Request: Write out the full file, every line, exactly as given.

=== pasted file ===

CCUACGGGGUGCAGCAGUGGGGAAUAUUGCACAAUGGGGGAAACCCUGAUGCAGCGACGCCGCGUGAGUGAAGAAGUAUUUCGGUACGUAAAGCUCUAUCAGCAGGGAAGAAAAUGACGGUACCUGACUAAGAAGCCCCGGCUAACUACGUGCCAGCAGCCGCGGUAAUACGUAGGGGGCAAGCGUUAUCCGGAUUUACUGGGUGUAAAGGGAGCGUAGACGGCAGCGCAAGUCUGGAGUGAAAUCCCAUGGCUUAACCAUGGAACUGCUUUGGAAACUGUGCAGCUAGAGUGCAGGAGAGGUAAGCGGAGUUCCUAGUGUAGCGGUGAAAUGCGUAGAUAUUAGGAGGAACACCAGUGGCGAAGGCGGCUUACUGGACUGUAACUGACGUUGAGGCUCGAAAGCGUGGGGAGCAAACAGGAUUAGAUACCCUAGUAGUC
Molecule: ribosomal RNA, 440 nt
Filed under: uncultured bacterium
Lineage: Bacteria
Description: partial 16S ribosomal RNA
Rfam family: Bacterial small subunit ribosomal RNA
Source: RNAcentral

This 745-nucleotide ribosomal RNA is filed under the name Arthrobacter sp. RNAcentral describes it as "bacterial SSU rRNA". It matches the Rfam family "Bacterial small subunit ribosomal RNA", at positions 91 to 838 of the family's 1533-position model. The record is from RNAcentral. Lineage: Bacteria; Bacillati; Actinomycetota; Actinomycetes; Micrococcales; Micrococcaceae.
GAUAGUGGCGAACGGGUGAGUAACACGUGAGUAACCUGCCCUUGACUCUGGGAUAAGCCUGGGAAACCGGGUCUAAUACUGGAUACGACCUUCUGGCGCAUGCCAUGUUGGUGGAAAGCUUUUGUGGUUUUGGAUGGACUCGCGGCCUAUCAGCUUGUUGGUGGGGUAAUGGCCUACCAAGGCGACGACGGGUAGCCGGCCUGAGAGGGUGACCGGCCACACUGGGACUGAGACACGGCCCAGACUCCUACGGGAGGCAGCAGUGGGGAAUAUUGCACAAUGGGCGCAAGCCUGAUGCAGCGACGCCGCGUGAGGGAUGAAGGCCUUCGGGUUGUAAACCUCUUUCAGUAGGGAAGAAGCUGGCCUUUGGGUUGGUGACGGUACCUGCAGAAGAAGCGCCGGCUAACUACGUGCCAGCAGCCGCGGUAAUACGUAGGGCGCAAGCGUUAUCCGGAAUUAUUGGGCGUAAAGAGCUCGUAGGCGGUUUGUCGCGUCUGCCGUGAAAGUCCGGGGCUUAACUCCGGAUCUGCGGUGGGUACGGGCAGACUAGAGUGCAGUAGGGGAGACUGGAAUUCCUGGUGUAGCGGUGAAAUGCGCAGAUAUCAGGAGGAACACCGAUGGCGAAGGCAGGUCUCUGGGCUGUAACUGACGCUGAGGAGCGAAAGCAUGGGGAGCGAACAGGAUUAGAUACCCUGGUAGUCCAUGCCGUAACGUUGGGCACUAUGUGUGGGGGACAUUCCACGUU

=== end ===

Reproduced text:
CCUACGGGGUGCAGCAGUGGGGAAUAUUGCACAAUGGGGGAAACCCUGAUGCAGCGACGCCGCGUGAGUGAAGAAGUAUUUCGGUACGUAAAGCUCUAUCAGCAGGGAAGAAAAUGACGGUACCUGACUAAGAAGCCCCGGCUAACUACGUGCCAGCAGCCGCGGUAAUACGUAGGGGGCAAGCGUUAUCCGGAUUUACUGGGUGUAAAGGGAGCGUAGACGGCAGCGCAAGUCUGGAGUGAAAUCCCAUGGCUUAACCAUGGAACUGCUUUGGAAACUGUGCAGCUAGAGUGCAGGAGAGGUAAGCGGAGUUCCUAGUGUAGCGGUGAAAUGCGUAGAUAUUAGGAGGAACACCAGUGGCGAAGGCGGCUUACUGGACUGUAACUGACGUUGAGGCUCGAAAGCGUGGGGAGCAAACAGGAUUAGAUACCCUAGUAGUC
Molecule: ribosomal RNA, 440 nt
Filed under: uncultured bacterium
Lineage: Bacteria
Description: partial 16S ribosomal RNA
Rfam family: Bacterial small subunit ribosomal RNA
Source: RNAcentral

This 745-nucleotide ribosomal RNA is filed under the name Arthrobacter sp. RNAcentral describes it as "bacterial SSU rRNA". It matches the Rfam family "Bacterial small subunit ribosomal RNA", at positions 91 to 838 of the family's 1533-position model. The record is from RNAcentral. Lineage: Bacteria; Bacillati; Actinomycetota; Actinomycetes; Micrococcales; Micrococcaceae.
GAUAGUGGCGAACGGGUGAGUAACACGUGAGUAACCUGCCCUUGACUCUGGGAUAAGCCUGGGAAACCGGGUCUAAUACUGGAUACGACCUUCUGGCGCAUGCCAUGUUGGUGGAAAGCUUUUGUGGUUUUGGAUGGACUCGCGGCCUAUCAGCUUGUUGGUGGGGUAAUGGCCUACCAAGGCGACGACGGGUAGCCGGCCUGAGAGGGUGACCGGCCACACUGGGACUGAGACACGGCCCAGACUCCUACGGGAGGCAGCAGUGGGGAAUAUUGCACAAUGGGCGCAAGCCUGAUGCAGCGACGCCGCGUGAGGGAUGAAGGCCUUCGGGUUGUAAACCUCUUUCAGUAGGGAAGAAGCUGGCCUUUGGGUUGGUGACGGUACCUGCAGAAGAAGCGCCGGCUAACUACGUGCCAGCAGCCGCGGUAAUACGUAGGGCGCAAGCGUUAUCCGGAAUUAUUGGGCGUAAAGAGCUCGUAGGCGGUUUGUCGCGUCUGCCGUGAAAGUCCGGGGCUUAACUCCGGAUCUGCGGUGGGUACGGGCAGACUAGAGUGCAGUAGGGGAGACUGGAAUUCCUGGUGUAGCGGUGAAAUGCGCAGAUAUCAGGAGGAACACCGAUGGCGAAGGCAGGUCUCUGGGCUGUAACUGACGCUGAGGAGCGAAAGCAUGGGGAGCGAACAGGAUUAGAUACCCUGGUAGUCCAUGCCGUAACGUUGGGCACUAUGUGUGGGGGACAUUCCACGUU